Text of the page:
Public Health Impact of Substance Use on Adolescent: A Snapshot of Yenagoa in Bayelsa State. Nigeria

American Journal of Biomedical Science & Research, 2019

14 Pages Posted: 5 Aug 2019

See all articles by Morufu Olalekan Raimi

Morufu Olalekan Raimi

Niger Delta University (NDU) - Department of Community Medicine; Department of Environmental Health Science, School of Allied Health and Environmental Sciences, Kwara State University, Malete, Kwara State, Nigeria.; Centre for Ecological and Environmental Research Management and Studies, Kwara State University, Malete, Kwara State, Nigeria.; Saving One Million Lives Program for Results (SOML PforR) Bayelsa State Ministry of Health

Abdulraheem Aishat Funmilayo

Niger Delta University (NDU) - Department of Sociology

Iteimowei Major

Niger Delta University (NDU)

Ebikapaye Okoyen

Bayelsa State Ministry of Health; Save One Million Lives Program for Results (SOML PforR).

Olaolu Oyinlola Bilewu

Department of Public and Environmental Health

Date Written: July 31, 2019

Abstract

The Nigerian polarization of its society with an estimated population ranging from 198 to 210 million people, growing at the rate of 3.2% per annum, into a large rural sector and a small urban component could provide a basis for the rapid increase in the prevalence of substance use among adolescents, which has aroused public health concern and have been declared a national public health and social emergency with a threat multiplier. One in every five people in the world is an adolescent, regrettably four out of every 10 teenagers you meet on the street now abuse drugs and if unchecked, seven out of every 10 young persons on your street would become drug addicts by the year 2030 particularly in the major cities. Yet, many adolescents lose their lives during this adolescent period. However, the World Health Organization reported that an estimated 1.7 million adolescents die yearly mostly through accidents, suicide, violence, pregnancy related complications, substance abuse and high-risk behaviors or illnesses that are either preventable or treatable. Adolescents suffer from a preponderance of health risk and behavioral problems. Admittedly, substance abuse is particularly problematic for this population and causes significant harm to their health and well-being. However, the teenage years are so volatile that parents should not worry about making much progress. Consequently, substance use affects developing brain by increasing the risk of addiction, mood disorders, lowered impulse control, increased risk for adverse consequences, confusion, cognitive impairment, and medical morbidity, which can contribute to hospitalizations and health care costs, as well as loss of independence and has been known to increase risky sexual activity, emphysema, lung cancer, heart disease, oral cancers, laryngeal carcinoma, and a number of other health issues in older age, decreased academic grades, and making poor decisions, that can be detrimental to the adolescents using or to others crime, militancy and violence behaviors etc. This article addresses the current trends and research related to the public health impact of substance use on adolescent. It is therefore vital for parent and societies to seize the opportunity of applying behavior modification, mind transformation and remodification therapy to young adults. Also, citizen advocacy should be intensified and encouraged on the health impact of substance use. It is also imperative that all stakeholders engage in concerted efforts to target both parents and adolescents in substance use control strategies.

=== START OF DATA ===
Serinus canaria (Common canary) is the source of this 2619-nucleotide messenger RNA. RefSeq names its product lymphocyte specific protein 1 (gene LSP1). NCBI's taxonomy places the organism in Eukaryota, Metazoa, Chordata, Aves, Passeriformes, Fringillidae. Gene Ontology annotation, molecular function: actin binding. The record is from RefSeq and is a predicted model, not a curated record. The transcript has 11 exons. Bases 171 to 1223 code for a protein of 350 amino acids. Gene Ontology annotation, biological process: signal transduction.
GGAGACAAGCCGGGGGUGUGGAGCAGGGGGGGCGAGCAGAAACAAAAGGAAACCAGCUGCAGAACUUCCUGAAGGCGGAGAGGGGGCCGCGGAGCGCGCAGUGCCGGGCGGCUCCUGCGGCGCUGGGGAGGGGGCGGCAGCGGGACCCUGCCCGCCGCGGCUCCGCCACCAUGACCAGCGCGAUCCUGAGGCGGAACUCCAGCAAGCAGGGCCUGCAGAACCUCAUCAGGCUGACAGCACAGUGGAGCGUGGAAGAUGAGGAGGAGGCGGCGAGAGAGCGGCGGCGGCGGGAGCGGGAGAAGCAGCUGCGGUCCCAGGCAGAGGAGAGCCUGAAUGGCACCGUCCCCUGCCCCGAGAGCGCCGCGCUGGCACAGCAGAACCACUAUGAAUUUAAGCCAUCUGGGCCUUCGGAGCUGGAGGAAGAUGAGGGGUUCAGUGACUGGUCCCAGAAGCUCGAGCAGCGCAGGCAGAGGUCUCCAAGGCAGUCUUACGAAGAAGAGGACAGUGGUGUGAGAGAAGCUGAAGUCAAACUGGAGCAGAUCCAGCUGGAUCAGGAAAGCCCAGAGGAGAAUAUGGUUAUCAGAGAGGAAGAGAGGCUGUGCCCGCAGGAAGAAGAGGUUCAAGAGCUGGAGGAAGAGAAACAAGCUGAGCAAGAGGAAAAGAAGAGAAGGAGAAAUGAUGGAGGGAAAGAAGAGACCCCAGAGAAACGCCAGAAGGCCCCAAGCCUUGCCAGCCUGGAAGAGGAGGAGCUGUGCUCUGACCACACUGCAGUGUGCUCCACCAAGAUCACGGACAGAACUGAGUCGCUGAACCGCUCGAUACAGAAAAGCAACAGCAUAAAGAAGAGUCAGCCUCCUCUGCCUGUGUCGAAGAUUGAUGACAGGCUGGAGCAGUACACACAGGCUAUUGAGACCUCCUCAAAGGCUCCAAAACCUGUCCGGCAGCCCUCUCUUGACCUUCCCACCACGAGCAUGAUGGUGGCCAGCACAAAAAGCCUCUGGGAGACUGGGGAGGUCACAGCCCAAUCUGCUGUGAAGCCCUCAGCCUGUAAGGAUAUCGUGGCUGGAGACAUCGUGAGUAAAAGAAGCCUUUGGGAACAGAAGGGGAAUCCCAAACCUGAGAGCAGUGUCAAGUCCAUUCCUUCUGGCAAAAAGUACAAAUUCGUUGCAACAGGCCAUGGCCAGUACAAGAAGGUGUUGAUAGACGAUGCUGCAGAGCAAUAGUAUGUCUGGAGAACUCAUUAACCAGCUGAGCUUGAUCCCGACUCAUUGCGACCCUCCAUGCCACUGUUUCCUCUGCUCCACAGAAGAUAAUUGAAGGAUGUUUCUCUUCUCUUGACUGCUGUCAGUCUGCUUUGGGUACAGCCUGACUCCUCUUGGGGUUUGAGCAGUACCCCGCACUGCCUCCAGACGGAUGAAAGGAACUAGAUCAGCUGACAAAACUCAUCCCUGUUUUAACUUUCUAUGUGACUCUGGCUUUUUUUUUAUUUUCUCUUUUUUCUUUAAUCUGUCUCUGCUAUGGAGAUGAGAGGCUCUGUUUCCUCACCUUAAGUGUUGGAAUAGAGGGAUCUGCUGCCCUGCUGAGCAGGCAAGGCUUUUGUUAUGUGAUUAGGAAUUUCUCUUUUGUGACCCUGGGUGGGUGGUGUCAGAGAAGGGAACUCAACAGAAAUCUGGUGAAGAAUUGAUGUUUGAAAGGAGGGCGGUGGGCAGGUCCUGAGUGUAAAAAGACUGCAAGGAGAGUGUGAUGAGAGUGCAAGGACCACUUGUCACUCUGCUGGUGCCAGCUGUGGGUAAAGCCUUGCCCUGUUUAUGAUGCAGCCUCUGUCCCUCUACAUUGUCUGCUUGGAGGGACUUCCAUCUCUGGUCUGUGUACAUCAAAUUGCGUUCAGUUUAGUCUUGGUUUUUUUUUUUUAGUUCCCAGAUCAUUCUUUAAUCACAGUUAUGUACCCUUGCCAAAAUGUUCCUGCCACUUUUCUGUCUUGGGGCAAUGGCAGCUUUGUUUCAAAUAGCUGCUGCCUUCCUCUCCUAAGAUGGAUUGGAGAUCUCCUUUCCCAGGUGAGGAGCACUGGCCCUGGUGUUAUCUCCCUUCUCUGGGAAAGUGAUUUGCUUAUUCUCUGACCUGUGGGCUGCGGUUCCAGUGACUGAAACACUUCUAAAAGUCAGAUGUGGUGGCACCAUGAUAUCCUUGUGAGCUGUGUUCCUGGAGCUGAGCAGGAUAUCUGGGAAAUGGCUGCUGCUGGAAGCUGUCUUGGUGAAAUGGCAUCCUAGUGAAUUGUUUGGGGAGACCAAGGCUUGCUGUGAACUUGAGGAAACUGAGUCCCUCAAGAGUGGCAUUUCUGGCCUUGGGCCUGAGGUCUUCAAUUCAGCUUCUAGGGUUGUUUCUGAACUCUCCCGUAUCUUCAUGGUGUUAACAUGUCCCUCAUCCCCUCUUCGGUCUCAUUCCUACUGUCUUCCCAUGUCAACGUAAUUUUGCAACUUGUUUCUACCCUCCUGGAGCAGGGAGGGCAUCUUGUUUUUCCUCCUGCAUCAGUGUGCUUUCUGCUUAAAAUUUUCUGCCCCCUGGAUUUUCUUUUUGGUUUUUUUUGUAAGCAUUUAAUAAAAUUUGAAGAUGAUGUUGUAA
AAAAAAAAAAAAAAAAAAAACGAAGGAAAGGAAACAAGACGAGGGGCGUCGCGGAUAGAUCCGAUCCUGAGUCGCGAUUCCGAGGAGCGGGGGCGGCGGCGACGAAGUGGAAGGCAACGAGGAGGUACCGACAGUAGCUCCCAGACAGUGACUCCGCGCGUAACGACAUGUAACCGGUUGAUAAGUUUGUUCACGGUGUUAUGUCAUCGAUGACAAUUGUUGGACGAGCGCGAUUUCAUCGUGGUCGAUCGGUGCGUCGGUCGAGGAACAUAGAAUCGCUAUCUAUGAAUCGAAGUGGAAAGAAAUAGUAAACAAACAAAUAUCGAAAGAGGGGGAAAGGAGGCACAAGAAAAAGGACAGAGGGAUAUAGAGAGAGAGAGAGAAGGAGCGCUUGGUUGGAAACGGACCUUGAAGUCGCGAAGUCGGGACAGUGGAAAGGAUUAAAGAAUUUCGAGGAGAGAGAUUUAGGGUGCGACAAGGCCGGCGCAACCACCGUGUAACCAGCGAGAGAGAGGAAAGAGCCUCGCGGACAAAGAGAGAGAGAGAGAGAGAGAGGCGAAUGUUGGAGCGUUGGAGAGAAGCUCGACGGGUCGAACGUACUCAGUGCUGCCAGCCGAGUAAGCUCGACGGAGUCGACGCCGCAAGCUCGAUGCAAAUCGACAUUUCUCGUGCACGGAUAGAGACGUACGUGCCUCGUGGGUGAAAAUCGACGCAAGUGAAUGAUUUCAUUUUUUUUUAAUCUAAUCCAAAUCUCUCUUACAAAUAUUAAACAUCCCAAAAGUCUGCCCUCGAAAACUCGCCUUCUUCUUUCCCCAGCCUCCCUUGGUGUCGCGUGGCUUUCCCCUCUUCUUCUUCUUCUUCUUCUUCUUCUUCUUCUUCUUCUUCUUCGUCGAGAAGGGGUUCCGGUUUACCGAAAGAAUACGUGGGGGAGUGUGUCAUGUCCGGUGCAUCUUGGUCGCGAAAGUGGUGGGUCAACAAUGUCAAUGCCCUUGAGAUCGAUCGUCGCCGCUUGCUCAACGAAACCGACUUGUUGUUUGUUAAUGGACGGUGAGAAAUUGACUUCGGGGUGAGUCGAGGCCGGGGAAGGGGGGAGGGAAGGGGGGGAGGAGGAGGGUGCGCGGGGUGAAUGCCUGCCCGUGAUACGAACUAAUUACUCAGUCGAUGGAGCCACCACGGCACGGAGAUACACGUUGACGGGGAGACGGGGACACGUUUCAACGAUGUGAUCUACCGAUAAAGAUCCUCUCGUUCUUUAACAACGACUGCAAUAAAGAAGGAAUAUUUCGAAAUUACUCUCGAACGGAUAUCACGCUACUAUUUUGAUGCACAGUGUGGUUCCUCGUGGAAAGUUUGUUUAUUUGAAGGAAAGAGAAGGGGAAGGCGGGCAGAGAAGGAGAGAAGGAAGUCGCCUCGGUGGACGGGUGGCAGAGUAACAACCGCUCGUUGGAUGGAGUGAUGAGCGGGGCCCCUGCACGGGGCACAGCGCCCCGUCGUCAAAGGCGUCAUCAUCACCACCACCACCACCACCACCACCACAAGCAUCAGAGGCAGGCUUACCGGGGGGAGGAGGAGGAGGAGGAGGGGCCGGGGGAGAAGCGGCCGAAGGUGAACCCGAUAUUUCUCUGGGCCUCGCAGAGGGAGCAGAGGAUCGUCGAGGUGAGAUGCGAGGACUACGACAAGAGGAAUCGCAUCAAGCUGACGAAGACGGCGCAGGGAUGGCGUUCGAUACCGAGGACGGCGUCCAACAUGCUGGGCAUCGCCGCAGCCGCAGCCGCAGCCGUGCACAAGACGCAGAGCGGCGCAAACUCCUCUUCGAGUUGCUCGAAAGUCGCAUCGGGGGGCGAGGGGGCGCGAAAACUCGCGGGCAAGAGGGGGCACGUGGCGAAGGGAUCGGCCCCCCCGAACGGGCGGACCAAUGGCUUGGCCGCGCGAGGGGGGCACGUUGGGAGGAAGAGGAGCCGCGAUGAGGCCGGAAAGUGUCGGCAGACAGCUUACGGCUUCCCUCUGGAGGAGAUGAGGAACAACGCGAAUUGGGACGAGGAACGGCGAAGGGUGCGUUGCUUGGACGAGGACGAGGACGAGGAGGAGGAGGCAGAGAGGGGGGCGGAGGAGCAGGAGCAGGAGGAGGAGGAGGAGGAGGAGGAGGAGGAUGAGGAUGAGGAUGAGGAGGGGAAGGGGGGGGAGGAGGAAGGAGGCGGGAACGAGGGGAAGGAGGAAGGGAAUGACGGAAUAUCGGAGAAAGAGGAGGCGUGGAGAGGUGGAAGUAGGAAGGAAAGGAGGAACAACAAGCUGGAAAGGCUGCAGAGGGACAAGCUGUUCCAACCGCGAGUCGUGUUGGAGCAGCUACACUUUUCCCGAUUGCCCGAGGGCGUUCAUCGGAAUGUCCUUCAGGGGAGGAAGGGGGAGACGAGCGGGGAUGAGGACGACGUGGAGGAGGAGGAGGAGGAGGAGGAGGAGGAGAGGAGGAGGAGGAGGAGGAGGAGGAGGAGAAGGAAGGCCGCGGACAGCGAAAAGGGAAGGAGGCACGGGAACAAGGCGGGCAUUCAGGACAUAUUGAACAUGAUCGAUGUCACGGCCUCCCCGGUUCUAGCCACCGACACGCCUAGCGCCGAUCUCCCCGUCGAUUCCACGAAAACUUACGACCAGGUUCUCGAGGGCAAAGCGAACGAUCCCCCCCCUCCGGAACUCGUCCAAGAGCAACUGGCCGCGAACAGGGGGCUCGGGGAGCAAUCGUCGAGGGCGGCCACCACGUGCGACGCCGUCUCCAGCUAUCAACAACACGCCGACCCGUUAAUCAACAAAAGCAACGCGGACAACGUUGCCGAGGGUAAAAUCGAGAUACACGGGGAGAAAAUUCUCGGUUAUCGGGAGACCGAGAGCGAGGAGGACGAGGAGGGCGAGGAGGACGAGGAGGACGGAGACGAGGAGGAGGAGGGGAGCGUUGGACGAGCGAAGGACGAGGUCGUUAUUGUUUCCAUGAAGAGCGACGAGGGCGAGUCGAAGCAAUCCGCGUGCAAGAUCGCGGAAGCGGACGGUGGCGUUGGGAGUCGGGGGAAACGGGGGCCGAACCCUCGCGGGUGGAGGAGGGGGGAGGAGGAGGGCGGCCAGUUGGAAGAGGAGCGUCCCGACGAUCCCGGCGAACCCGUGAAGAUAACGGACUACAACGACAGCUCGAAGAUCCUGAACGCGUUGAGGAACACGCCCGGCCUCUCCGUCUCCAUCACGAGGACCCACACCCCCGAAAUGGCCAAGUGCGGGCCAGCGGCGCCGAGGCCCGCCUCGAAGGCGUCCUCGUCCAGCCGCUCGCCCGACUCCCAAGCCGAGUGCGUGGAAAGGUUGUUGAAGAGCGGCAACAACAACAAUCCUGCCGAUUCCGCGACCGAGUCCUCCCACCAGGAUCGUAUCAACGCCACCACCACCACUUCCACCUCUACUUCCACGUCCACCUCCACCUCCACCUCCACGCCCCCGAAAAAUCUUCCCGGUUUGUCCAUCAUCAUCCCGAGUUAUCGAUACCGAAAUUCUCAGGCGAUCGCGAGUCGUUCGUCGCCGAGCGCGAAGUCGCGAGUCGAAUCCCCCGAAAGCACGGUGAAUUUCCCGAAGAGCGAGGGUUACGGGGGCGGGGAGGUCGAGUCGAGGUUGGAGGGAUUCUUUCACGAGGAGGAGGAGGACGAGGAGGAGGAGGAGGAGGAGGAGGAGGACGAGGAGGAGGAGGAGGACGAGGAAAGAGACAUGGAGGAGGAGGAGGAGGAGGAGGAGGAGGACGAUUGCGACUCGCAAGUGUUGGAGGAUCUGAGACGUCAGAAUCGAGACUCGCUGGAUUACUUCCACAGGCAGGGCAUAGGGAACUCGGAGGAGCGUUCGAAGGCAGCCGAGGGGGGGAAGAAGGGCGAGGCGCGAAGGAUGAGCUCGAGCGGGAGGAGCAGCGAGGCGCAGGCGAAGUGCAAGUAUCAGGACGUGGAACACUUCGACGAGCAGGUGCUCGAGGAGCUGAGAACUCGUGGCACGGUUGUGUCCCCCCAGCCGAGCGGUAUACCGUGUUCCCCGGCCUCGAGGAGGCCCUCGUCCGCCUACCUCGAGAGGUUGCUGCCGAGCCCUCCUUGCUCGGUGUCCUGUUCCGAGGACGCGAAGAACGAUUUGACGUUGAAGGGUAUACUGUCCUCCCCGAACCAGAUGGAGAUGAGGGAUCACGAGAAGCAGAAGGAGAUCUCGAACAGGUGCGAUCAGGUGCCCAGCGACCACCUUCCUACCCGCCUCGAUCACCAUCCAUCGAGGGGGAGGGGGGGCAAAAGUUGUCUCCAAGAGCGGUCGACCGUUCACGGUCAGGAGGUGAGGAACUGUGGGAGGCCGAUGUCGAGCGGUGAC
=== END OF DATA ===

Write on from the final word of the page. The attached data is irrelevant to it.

Keywords: Substance Use; Adolescents; Public Health Emergency; Threat Multiplier; Militancy; Risky sexual activity; Yenagoa

Suggested Citation

Raimi, Morufu Olalekan and Funmilayo, Abdulraheem Aishat and Major, Iteimowei and Ebikapaye, Okoyen and Bilewu, Olaolu Oyinlola, Public Health Impact of Substance Use on Adolescent: A Snapshot of Yenagoa in Bayelsa State. Nigeria (July 31, 2019). American Journal of Biomedical Science & Research, 2019, Available at SSRN: https://ssrn.com/abstract=3429577 or http://dx.doi.org/10.2139/ssrn.3429577

Morufu Olalekan Raimi (Contact Author)

Niger Delta University (NDU) - Department of Community Medicine ( email )

Nigeria
07038053786 (Phone)

HOME PAGE: http://https://www.researchgate.net/profile/Morufu_Raimi

Department of Environmental Health Science, School of Allied Health and Environmental Sciences, Kwara State University, Malete, Kwara State, Nigeria. ( email )

Kwara State University
Malete
Nigeria
+2347038053786 (Phone)

HOME PAGE: http://publons.com/a/1479339/

Centre for Ecological and Environmental Research Management and Studies, Kwara State University, Malete, Kwara State, Nigeria. ( email )

Malete
Malete
Nigeria
+2347038053786 (Phone)

HOME PAGE: http://https://afribary.com/authors/morufu-raimi

Saving One Million Lives Program for Results (SOML PforR) Bayelsa State Ministry of Health ( email )

Yenagoa
Yenagoa
Nigeria

HOME PAGE: http://https://www.linkedin.com/in/raimi-morufu-774a1144/

Abdulraheem Aishat Funmilayo

Niger Delta University (NDU) - Department of Sociology

Amassama
Niger

Iteimowei Major

Niger Delta University (NDU) ( email )

Department of Sociology
Amassama, Bayelsa State +234
Niger

Okoyen Ebikapaye

Bayelsa State Ministry of Health; Save One Million Lives Program for Results (SOML PforR). ( email )

Yenagoa
Yenagoa, Bayelsa State
Nigeria
+2348039349766 (Phone)

Olaolu Oyinlola Bilewu

Department of Public and Environmental Health ( email )

Department of Public and Environmental Health
Malete, Kwara State 240101
Nigeria
+2349094191042 (Phone)

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